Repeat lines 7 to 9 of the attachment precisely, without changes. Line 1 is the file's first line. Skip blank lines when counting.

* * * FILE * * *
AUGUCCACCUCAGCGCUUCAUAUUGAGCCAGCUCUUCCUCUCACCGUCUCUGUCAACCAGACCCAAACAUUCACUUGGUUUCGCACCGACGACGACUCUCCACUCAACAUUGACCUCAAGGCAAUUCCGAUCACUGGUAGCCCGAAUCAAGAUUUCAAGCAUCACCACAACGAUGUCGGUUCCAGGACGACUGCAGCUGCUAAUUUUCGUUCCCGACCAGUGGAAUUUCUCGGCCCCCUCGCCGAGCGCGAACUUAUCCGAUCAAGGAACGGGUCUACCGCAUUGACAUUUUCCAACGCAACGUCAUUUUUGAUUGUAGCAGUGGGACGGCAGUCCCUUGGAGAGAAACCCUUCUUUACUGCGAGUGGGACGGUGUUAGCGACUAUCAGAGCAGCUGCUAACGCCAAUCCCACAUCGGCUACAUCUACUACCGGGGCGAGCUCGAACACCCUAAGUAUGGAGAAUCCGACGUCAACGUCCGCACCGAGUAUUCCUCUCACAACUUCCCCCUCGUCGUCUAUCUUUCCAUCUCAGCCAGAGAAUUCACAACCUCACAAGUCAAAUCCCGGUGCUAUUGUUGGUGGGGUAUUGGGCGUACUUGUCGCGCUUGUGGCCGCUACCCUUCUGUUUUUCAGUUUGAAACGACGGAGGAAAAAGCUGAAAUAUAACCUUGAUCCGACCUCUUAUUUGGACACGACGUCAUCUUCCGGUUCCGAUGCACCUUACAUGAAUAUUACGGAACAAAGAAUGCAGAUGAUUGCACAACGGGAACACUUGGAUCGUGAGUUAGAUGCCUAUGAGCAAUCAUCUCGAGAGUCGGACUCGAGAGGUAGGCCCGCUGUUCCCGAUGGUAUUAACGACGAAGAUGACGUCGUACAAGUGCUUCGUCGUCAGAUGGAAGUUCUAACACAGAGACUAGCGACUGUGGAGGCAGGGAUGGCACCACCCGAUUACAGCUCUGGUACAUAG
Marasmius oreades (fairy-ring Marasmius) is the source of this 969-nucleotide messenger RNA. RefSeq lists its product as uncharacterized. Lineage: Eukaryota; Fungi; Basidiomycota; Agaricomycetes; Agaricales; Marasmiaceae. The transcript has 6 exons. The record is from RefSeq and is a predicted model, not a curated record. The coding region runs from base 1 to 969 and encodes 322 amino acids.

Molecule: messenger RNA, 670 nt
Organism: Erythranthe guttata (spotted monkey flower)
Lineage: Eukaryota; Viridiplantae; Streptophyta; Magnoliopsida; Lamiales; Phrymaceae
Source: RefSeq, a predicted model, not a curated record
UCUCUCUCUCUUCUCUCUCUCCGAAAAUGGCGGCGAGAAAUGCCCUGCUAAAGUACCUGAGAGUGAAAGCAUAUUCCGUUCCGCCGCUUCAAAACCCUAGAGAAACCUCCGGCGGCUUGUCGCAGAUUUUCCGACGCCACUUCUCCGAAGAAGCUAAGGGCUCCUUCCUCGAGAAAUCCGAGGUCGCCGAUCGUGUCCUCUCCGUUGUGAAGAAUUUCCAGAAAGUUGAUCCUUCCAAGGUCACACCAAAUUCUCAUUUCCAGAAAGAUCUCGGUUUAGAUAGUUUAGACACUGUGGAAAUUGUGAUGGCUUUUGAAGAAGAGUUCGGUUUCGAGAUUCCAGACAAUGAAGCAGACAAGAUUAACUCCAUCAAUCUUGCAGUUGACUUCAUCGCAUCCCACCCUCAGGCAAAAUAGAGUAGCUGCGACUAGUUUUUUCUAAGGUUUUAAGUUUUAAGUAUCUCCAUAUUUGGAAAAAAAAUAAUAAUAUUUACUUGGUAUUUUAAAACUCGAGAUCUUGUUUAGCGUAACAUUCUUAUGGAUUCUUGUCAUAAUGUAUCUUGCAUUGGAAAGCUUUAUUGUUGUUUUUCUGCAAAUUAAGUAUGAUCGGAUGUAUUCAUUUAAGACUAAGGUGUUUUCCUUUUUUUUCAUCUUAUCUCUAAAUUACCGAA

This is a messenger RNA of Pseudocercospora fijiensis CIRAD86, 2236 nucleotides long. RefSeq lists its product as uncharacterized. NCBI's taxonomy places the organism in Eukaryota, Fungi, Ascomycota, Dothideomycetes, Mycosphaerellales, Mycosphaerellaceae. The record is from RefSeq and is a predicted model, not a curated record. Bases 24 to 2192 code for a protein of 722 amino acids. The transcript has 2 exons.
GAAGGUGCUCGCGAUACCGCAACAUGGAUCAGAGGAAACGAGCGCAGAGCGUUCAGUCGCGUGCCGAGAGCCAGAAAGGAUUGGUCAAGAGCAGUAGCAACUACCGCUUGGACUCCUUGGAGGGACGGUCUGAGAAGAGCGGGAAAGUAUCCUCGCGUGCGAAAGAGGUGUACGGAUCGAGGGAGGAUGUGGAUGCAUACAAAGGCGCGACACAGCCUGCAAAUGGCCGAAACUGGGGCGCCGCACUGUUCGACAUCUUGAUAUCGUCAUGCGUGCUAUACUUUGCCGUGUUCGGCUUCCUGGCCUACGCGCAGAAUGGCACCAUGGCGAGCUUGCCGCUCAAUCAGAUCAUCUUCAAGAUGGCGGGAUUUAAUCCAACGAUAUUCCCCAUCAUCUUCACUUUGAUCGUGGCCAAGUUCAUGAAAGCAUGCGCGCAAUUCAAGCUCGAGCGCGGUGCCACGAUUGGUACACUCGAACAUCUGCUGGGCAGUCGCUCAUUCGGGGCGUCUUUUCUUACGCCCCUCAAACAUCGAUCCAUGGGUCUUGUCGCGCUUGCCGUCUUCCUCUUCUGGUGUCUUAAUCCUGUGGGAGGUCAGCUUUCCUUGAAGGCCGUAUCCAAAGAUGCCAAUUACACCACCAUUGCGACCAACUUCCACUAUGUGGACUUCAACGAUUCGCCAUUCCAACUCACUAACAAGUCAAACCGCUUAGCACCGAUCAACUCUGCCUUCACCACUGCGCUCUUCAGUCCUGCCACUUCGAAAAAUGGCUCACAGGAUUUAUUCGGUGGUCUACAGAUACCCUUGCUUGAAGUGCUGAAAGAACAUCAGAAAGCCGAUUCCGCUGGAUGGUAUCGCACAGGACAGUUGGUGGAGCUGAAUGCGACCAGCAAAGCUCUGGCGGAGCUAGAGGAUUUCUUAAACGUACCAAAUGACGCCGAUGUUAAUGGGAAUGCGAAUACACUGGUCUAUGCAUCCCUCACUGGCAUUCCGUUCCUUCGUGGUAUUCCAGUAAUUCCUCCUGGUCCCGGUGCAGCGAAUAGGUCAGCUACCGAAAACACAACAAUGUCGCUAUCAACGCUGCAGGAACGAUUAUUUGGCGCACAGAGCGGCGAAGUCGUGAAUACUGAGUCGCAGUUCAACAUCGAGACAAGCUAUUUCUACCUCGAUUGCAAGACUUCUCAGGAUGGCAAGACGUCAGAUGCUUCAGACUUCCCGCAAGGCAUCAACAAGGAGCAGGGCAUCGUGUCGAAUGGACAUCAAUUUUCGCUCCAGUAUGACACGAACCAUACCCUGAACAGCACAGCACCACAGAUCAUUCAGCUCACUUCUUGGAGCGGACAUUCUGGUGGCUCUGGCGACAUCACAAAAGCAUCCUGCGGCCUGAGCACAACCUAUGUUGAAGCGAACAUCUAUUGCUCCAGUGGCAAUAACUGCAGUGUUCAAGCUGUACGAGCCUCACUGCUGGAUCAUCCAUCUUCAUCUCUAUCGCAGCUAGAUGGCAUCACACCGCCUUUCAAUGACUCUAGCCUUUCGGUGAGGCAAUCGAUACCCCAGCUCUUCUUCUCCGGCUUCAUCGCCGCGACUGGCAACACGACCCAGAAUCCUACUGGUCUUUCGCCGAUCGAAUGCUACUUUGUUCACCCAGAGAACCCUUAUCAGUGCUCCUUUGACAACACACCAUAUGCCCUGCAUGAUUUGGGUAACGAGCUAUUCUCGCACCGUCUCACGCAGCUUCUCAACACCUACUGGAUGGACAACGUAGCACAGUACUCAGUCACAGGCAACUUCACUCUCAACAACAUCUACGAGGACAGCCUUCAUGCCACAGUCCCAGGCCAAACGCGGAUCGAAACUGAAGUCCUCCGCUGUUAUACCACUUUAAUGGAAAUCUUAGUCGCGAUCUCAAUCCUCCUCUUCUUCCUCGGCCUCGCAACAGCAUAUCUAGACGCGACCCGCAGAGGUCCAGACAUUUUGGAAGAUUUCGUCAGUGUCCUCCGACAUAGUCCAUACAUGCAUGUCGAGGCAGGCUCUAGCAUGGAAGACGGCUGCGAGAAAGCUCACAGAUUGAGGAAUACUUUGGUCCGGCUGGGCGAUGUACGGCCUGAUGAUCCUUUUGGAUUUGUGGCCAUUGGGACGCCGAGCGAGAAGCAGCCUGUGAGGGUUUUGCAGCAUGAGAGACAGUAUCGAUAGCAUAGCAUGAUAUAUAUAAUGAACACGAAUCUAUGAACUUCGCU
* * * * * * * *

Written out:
UCUCUCUCUCUUCUCUCUCUCCGAAAAUGGCGGCGAGAAAUGCCCUGCUAAAGUACCUGAGAGUGAAAGCAUAUUCCGUUCCGCCGCUUCAAAACCCUAGAGAAACCUCCGGCGGCUUGUCGCAGAUUUUCCGACGCCACUUCUCCGAAGAAGCUAAGGGCUCCUUCCUCGAGAAAUCCGAGGUCGCCGAUCGUGUCCUCUCCGUUGUGAAGAAUUUCCAGAAAGUUGAUCCUUCCAAGGUCACACCAAAUUCUCAUUUCCAGAAAGAUCUCGGUUUAGAUAGUUUAGACACUGUGGAAAUUGUGAUGGCUUUUGAAGAAGAGUUCGGUUUCGAGAUUCCAGACAAUGAAGCAGACAAGAUUAACUCCAUCAAUCUUGCAGUUGACUUCAUCGCAUCCCACCCUCAGGCAAAAUAGAGUAGCUGCGACUAGUUUUUUCUAAGGUUUUAAGUUUUAAGUAUCUCCAUAUUUGGAAAAAAAAUAAUAAUAUUUACUUGGUAUUUUAAAACUCGAGAUCUUGUUUAGCGUAACAUUCUUAUGGAUUCUUGUCAUAAUGUAUCUUGCAUUGGAAAGCUUUAUUGUUGUUUUUCUGCAAAUUAAGUAUGAUCGGAUGUAUUCAUUUAAGACUAAGGUGUUUUCCUUUUUUUUCAUCUUAUCUCUAAAUUACCGAA

This is a messenger RNA of Pseudocercospora fijiensis CIRAD86, 2236 nucleotides long. RefSeq lists its product as uncharacterized. NCBI's taxonomy places the organism in Eukaryota, Fungi, Ascomycota, Dothideomycetes, Mycosphaerellales, Mycosphaerellaceae. The record is from RefSeq and is a predicted model, not a curated record. Bases 24 to 2192 code for a protein of 722 amino acids. The transcript has 2 exons.
GAAGGUGCUCGCGAUACCGCAACAUGGAUCAGAGGAAACGAGCGCAGAGCGUUCAGUCGCGUGCCGAGAGCCAGAAAGGAUUGGUCAAGAGCAGUAGCAACUACCGCUUGGACUCCUUGGAGGGACGGUCUGAGAAGAGCGGGAAAGUAUCCUCGCGUGCGAAAGAGGUGUACGGAUCGAGGGAGGAUGUGGAUGCAUACAAAGGCGCGACACAGCCUGCAAAUGGCCGAAACUGGGGCGCCGCACUGUUCGACAUCUUGAUAUCGUCAUGCGUGCUAUACUUUGCCGUGUUCGGCUUCCUGGCCUACGCGCAGAAUGGCACCAUGGCGAGCUUGCCGCUCAAUCAGAUCAUCUUCAAGAUGGCGGGAUUUAAUCCAACGAUAUUCCCCAUCAUCUUCACUUUGAUCGUGGCCAAGUUCAUGAAAGCAUGCGCGCAAUUCAAGCUCGAGCGCGGUGCCACGAUUGGUACACUCGAACAUCUGCUGGGCAGUCGCUCAUUCGGGGCGUCUUUUCUUACGCCCCUCAAACAUCGAUCCAUGGGUCUUGUCGCGCUUGCCGUCUUCCUCUUCUGGUGUCUUAAUCCUGUGGGAGGUCAGCUUUCCUUGAAGGCCGUAUCCAAAGAUGCCAAUUACACCACCAUUGCGACCAACUUCCACUAUGUGGACUUCAACGAUUCGCCAUUCCAACUCACUAACAAGUCAAACCGCUUAGCACCGAUCAACUCUGCCUUCACCACUGCGCUCUUCAGUCCUGCCACUUCGAAAAAUGGCUCACAGGAUUUAUUCGGUGGUCUACAGAUACCCUUGCUUGAAGUGCUGAAAGAACAUCAGAAAGCCGAUUCCGCUGGAUGGUAUCGCACAGGACAGUUGGUGGAGCUGAAUGCGACCAGCAAAGCUCUGGCGGAGCUAGAGGAUUUCUUAAACGUACCAAAUGACGCCGAUGUUAAUGGGAAUGCGAAUACACUGGUCUAUGCAUCCCUCACUGGCAUUCCGUUCCUUCGUGGUAUUCCAGUAAUUCCUCCUGGUCCCGGUGCAGCGAAUAGGUCAGCUACCGAAAACACAACAAUGUCGCUAUCAACGCUGCAGGAACGAUUAUUUGGCGCACAGAGCGGCGAAGUCGUGAAUACUGAGUCGCAGUUCAACAUCGAGACAAGCUAUUUCUACCUCGAUUGCAAGACUUCUCAGGAUGGCAAGACGUCAGAUGCUUCAGACUUCCCGCAAGGCAUCAACAAGGAGCAGGGCAUCGUGUCGAAUGGACAUCAAUUUUCGCUCCAGUAUGACACGAACCAUACCCUGAACAGCACAGCACCACAGAUCAUUCAGCUCACUUCUUGGAGCGGACAUUCUGGUGGCUCUGGCGACAUCACAAAAGCAUCCUGCGGCCUGAGCACAACCUAUGUUGAAGCGAACAUCUAUUGCUCCAGUGGCAAUAACUGCAGUGUUCAAGCUGUACGAGCCUCACUGCUGGAUCAUCCAUCUUCAUCUCUAUCGCAGCUAGAUGGCAUCACACCGCCUUUCAAUGACUCUAGCCUUUCGGUGAGGCAAUCGAUACCCCAGCUCUUCUUCUCCGGCUUCAUCGCCGCGACUGGCAACACGACCCAGAAUCCUACUGGUCUUUCGCCGAUCGAAUGCUACUUUGUUCACCCAGAGAACCCUUAUCAGUGCUCCUUUGACAACACACCAUAUGCCCUGCAUGAUUUGGGUAACGAGCUAUUCUCGCACCGUCUCACGCAGCUUCUCAACACCUACUGGAUGGACAACGUAGCACAGUACUCAGUCACAGGCAACUUCACUCUCAACAACAUCUACGAGGACAGCCUUCAUGCCACAGUCCCAGGCCAAACGCGGAUCGAAACUGAAGUCCUCCGCUGUUAUACCACUUUAAUGGAAAUCUUAGUCGCGAUCUCAAUCCUCCUCUUCUUCCUCGGCCUCGCAACAGCAUAUCUAGACGCGACCCGCAGAGGUCCAGACAUUUUGGAAGAUUUCGUCAGUGUCCUCCGACAUAGUCCAUACAUGCAUGUCGAGGCAGGCUCUAGCAUGGAAGACGGCUGCGAGAAAGCUCACAGAUUGAGGAAUACUUUGGUCCGGCUGGGCGAUGUACGGCCUGAUGAUCCUUUUGGAUUUGUGGCCAUUGGGACGCCGAGCGAGAAGCAGCCUGUGAGGGUUUUGCAGCAUGAGAGACAGUAUCGAUAGCAUAGCAUGAUAUAUAUAAUGAACACGAAUCUAUGAACUUCGCU